The New York Times Sunday Magazine recently published a great article by Michael Lewis, the financial writer who brought the sports world the insightful (and best-selling) Moneyball: The Art of Winning An Unfair Game. The focus of the article is Shane Battier, the Houston Rockets forward who is considered an excellent NBA player, despite the fact that he rarely scores, and does not put up impressive rebounding numbers.
Much like Moneyball, "The No Stats All Star" doesn't really tell the serious fan very much information they didn't already know. But, (hopefully) also like Moneyball, Lewis' article will enormously popularize advanced statistical analysis. Hopefully it will stir debate about the best method of analyzing basketball players - the answer, of course, is some balance between quantitative analysis and traditional, subjective scouting, but where exactly that line gets drawn remains to be seen.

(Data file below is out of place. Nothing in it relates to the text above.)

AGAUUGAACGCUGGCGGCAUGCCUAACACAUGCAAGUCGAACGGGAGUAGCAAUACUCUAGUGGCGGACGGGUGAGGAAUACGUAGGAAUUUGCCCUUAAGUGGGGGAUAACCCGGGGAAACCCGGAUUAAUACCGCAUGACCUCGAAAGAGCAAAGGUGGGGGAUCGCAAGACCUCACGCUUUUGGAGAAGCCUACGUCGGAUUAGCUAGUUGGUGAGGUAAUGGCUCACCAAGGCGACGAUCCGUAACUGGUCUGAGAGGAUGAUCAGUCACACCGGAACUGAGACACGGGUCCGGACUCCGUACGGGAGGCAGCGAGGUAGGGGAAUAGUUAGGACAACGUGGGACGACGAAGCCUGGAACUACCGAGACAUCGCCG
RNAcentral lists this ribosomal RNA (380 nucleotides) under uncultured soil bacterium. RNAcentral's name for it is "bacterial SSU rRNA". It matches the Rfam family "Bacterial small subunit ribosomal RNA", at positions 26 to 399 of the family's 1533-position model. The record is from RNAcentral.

I found the article particularly interesting because I've always been a fan of Shane Battier's game. One thing the article doesn't really mention is that Battier was an outstanding offensive player in high school and college, and, as an NBA rookie, showed signs that he could be, if not a high scorer in the NBA, then at least the third scoring option on a good team. Instead, he has chosen to focus on his current game, the best attributes of which are his position defense, hustle plays and stand-still 3-point shooting. In that sense, Battier is, along with New Orleans' James Posey, the best of a particular class of NBA forward that includes, among others, San Antonio's Bruce Bowen and numerous lesser lights, such as Chicago's Thabo Sefalosha and Minnesota's Corey Brewer. Dallas' Josh Howard and Detroit's Tayshaun Prince are higher-scoring versions of the same basic type of player. Since none of these players put up impressive statistics in the traditional categories of points, rebounds, and assists, and since they are all valuagle pieces of winning teams, having a method of comparing them against each other, and against players with more traditionally impressive statistics, is very important. I'm interested in seeing where this sort of research leads.